Offshore Wind to Green Hydrogen: Insights from Europe
Val Stori | Clean Energy States Alliance
This report explores Europe’s approach to green hydrogen development and unpacks the opportunities and barriers to its rollout.
Europe is using strategy development, policy, and demonstration projects to advance “green hydrogen” – hydrogen that has been produced from clean, renewable energy. Europe has considerable offshore wind already installed and a 70-gigawatt target for 2028. This strong and established industry could play an important role in the production of green hydrogen. Green hydrogen proponents tout it as a means to decarbonize hard-to-abate sectors and industries, as well as serve as a grid-scale, energy storage solution that could offer reliability, flexibility, and stability benefits.
Interest in using offshore wind for green hydrogen production across Europe is driven by large offshore wind capacity targets, declining offshore wind costs, favorable policies, carbon prices, and a focus on economy-wide decarbonization. Pilot projects are underway, yet significant obstacles remain to wide-scale implementation.
This report provides an overview of the plans, strategies, proposals, and challenges for the development of green hydrogen from offshore wind generation in Europe. It describes the current policy drivers facilitating its development, as well as potential future support mechanisms, value streams, and market barriers. It examines the cost, safety, and emissions impacts of green hydrogen admixtures. It includes case studies of European hydrogen strategies and pilot projects.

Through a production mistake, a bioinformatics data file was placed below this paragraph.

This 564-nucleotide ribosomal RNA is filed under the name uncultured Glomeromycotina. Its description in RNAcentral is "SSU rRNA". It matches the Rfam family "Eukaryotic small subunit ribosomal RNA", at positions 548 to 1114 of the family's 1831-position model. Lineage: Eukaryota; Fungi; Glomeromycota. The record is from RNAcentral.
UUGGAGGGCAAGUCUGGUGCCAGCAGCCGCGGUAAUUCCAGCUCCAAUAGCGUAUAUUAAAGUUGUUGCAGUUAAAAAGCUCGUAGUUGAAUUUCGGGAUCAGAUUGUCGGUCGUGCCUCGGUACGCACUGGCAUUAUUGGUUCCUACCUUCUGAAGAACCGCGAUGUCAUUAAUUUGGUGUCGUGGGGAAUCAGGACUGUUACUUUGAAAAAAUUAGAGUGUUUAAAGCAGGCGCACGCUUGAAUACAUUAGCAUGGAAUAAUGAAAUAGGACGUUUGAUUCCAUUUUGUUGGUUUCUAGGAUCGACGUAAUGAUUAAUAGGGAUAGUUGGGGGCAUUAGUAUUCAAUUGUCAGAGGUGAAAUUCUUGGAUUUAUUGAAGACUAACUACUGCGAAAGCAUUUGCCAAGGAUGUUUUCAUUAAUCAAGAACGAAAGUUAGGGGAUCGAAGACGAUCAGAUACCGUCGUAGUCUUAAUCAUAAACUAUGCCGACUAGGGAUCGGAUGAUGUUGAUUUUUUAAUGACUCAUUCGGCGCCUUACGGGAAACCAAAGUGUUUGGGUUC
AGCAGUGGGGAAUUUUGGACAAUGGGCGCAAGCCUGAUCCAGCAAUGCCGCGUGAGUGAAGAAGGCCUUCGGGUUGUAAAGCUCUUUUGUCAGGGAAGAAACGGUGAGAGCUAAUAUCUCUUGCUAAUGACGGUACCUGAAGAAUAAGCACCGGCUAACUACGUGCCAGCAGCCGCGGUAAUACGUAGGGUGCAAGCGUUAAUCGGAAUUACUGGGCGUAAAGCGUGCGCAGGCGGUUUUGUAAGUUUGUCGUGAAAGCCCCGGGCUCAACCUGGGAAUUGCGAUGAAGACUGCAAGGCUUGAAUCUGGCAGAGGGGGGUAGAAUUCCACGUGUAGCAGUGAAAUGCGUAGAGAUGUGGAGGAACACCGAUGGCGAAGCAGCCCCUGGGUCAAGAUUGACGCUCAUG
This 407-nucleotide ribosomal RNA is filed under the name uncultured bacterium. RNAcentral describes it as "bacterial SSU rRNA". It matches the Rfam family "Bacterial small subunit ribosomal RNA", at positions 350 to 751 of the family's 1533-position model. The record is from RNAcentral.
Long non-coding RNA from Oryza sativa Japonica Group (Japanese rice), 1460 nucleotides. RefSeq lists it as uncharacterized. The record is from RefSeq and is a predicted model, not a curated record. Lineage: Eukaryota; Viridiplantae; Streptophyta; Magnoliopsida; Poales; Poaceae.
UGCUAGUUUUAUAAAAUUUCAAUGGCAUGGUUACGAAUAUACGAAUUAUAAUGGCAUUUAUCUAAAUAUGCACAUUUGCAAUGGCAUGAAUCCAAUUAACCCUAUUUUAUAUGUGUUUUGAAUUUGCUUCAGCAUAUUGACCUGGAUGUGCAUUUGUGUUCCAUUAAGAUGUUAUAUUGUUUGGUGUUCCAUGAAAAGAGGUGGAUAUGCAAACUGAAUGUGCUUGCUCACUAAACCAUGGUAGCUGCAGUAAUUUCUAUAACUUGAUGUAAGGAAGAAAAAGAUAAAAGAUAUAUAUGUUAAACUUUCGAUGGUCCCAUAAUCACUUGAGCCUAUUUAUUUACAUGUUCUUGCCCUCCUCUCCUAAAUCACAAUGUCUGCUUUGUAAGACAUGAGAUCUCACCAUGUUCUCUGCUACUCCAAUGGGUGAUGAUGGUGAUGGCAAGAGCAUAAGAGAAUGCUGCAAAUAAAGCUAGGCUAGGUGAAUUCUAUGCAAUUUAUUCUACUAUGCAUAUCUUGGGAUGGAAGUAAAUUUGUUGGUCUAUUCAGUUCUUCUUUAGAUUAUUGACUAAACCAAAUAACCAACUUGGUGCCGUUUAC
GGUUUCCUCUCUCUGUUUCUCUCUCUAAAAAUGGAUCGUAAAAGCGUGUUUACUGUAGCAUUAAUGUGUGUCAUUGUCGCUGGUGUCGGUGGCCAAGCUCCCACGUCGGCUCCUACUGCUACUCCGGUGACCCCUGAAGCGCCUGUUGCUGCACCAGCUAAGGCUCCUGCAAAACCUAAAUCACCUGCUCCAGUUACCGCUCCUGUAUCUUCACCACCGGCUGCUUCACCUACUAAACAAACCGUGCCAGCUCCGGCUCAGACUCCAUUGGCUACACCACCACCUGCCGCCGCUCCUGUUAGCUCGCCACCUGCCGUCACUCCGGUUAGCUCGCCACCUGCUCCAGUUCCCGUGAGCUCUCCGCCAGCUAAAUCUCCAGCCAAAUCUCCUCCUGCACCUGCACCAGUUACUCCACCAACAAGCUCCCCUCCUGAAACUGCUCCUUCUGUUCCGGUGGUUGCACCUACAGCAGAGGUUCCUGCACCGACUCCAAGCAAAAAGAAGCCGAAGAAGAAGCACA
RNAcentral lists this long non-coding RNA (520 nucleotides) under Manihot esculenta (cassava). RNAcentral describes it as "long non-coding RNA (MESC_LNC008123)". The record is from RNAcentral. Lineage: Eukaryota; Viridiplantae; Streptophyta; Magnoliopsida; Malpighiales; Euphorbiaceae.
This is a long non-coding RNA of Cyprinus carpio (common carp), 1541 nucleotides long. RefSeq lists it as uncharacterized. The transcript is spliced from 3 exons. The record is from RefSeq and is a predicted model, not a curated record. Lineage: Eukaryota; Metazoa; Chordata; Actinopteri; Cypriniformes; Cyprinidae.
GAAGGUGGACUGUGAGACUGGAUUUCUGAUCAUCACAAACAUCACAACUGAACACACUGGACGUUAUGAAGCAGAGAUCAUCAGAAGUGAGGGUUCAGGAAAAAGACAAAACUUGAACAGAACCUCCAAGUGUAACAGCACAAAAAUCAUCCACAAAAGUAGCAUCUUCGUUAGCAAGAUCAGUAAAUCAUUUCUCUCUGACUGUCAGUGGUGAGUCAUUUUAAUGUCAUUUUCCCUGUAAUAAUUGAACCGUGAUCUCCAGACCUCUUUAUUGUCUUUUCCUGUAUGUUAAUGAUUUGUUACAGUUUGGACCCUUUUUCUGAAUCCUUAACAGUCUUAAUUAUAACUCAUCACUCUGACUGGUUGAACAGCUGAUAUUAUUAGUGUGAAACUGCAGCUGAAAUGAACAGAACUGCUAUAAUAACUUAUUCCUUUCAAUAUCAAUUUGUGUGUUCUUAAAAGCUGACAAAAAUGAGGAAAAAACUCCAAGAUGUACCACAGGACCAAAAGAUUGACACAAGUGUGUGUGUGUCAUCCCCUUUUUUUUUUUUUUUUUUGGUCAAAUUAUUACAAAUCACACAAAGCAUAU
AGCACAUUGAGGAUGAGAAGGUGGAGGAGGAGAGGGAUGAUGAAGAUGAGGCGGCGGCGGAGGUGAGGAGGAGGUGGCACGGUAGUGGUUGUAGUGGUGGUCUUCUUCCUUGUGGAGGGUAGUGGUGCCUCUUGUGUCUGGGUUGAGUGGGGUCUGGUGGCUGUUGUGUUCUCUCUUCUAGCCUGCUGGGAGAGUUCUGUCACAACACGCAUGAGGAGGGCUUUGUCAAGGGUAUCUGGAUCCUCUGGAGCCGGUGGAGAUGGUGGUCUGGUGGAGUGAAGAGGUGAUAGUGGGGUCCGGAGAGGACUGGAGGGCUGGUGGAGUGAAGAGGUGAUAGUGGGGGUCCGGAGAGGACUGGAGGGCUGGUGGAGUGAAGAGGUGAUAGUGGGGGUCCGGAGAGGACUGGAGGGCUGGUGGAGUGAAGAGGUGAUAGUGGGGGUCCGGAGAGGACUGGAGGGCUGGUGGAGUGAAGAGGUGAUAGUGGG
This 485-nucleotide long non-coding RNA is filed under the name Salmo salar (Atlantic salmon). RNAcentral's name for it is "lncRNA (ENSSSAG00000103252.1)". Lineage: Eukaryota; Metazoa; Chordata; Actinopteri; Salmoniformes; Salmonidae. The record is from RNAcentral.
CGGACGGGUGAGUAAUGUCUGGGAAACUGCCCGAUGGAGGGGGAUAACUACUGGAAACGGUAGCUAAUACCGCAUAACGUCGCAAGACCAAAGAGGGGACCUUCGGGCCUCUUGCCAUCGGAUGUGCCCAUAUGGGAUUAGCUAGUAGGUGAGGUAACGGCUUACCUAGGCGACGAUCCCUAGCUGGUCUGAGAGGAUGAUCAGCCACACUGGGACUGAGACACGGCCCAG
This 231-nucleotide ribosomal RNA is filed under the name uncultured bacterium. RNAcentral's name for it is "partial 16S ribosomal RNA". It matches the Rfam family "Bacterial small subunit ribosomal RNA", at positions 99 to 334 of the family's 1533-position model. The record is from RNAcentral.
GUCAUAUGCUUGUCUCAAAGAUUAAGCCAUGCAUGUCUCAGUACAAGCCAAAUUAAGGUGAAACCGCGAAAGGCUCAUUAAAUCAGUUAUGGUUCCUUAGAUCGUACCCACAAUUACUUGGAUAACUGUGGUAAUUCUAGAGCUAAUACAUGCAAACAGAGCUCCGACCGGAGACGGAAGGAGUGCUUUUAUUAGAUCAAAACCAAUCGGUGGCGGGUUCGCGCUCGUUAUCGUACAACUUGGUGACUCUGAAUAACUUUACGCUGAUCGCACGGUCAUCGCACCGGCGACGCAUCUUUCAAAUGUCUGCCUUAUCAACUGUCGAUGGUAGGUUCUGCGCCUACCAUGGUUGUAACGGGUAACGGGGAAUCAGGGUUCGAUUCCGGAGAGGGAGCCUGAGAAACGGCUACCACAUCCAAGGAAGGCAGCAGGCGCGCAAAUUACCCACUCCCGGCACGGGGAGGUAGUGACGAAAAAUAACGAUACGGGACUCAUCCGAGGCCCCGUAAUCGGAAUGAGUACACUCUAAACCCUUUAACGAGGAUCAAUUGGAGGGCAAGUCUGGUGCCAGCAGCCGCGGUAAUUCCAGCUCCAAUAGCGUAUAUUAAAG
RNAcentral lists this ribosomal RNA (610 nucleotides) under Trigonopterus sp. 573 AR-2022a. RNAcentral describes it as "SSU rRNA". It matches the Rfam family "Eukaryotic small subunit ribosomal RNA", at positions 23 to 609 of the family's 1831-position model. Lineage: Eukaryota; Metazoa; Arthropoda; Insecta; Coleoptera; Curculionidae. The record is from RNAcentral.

The report concludes with implications for the US. It notes that the US is at a much earlier stage of offshore wind development than Europe and that US wind farms’ output will be fully needed for electricity production that displaces fossil-fuel generation for at least the next decade. The report encourages states and the federal government to resist efforts by fossil fuel companies and utilities to use the long-term vision of a hydrogen future as a rationale for extending the life of natural gas infrastructure. Using hydrogen for power generation raises concerns about emissions of nitrogen oxides and risks prolonging the impact of peaker plants on frontline communities.
This report was made possible thanks to support from Barr Foundation.